Minnesota Republicans Attempt To Block Marriage Equality Bill With Parliamentary Procedures

Marriage equality legislation passed out of committees in both the Minnesota House and Senate on Tuesday, advancing to full floor votes in both chambers. But on Wednesday, Republicans in the Senate attempted to use parliamentary tactics to block the bill, as Minnesota Public Radio reports:

The maneuvering began on the Senate floor, when Republican Sen. Warren Limmer objected to a routine motion to adopt a report from the Senate Judiciary Committee, which approved the same-sex marriage bill a day earlier on a party-line vote.

The objection forced a recess of the floor session and sent the matter to the Senate Rules Committee, where Limmer explained that he had received information showing the bill could cost the state $688,000 in added insurance benefits to state employees.

Not only was there nothing to substantiate this funding claim, but Republicans were actually trying to argue that by simply accepting the report from the committee, they were approving same-sex marriage itself. Here’s Senate Minority Leader David Hann (R) attempting to make sense of this tactic:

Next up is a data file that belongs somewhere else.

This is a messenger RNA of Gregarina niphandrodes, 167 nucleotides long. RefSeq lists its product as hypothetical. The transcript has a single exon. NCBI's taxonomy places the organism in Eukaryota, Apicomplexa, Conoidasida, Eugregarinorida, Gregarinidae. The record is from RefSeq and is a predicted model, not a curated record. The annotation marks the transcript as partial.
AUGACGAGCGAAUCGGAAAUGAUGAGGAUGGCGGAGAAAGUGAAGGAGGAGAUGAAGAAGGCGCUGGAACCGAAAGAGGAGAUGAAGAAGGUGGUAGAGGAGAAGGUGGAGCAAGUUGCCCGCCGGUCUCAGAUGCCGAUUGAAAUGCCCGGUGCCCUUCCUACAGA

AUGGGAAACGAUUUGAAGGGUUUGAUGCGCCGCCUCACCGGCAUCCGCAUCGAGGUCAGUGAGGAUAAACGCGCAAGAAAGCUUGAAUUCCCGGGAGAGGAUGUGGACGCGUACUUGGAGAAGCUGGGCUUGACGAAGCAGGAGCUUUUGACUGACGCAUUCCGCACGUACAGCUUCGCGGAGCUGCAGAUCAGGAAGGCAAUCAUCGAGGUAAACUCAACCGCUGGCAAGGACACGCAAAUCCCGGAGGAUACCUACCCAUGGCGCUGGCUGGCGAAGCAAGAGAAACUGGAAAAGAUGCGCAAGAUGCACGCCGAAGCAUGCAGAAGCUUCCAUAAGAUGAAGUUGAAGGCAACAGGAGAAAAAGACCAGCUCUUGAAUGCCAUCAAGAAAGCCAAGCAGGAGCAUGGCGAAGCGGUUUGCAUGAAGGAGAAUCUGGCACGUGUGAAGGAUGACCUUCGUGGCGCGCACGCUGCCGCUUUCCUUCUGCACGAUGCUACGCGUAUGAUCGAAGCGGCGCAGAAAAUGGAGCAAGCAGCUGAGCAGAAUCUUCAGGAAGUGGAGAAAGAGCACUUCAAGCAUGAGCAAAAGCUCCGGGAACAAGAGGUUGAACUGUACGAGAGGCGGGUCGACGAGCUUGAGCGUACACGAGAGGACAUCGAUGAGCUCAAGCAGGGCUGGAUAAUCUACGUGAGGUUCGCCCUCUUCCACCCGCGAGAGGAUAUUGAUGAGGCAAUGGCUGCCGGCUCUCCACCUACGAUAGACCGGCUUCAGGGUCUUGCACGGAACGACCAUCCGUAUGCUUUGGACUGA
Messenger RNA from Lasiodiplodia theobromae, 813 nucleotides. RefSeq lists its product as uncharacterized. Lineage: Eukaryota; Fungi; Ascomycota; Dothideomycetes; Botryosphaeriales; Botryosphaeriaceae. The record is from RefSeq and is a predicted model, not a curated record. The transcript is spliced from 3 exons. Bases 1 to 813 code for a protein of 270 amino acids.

HANN: When we adopt a committee report we are in effect endorsing — and this is the quote: ‘…the statement or expressing its approval by the body’ of the substance of the report. And it has the effect of ‘expressing approval or endorsing the findings or recommendations’ of the report. So members, what we’re doing by adopting the report that is before us is we’re adopting same-sex marriage in Minnesota.

The floor hasn’t voted on the bill yet. Anybody who wishes to vote against adopting marriage equality can vote to do so when given the opportunity. Resorting to such procedural maneuvers suggests fear that of the results of that vote, and desperation to block it.


Furthermore, though a specific report has not been calculated for Minnesota yet, the Williams Institute has consistently found that marriage equality brings revenue to states, not costs. Worst of all, the argument put forth here is that Republicans don’t want marriage equality because they don’t want to extend insurance to same-sex partners. Apparently, gay people are just less deserving of basic health protections.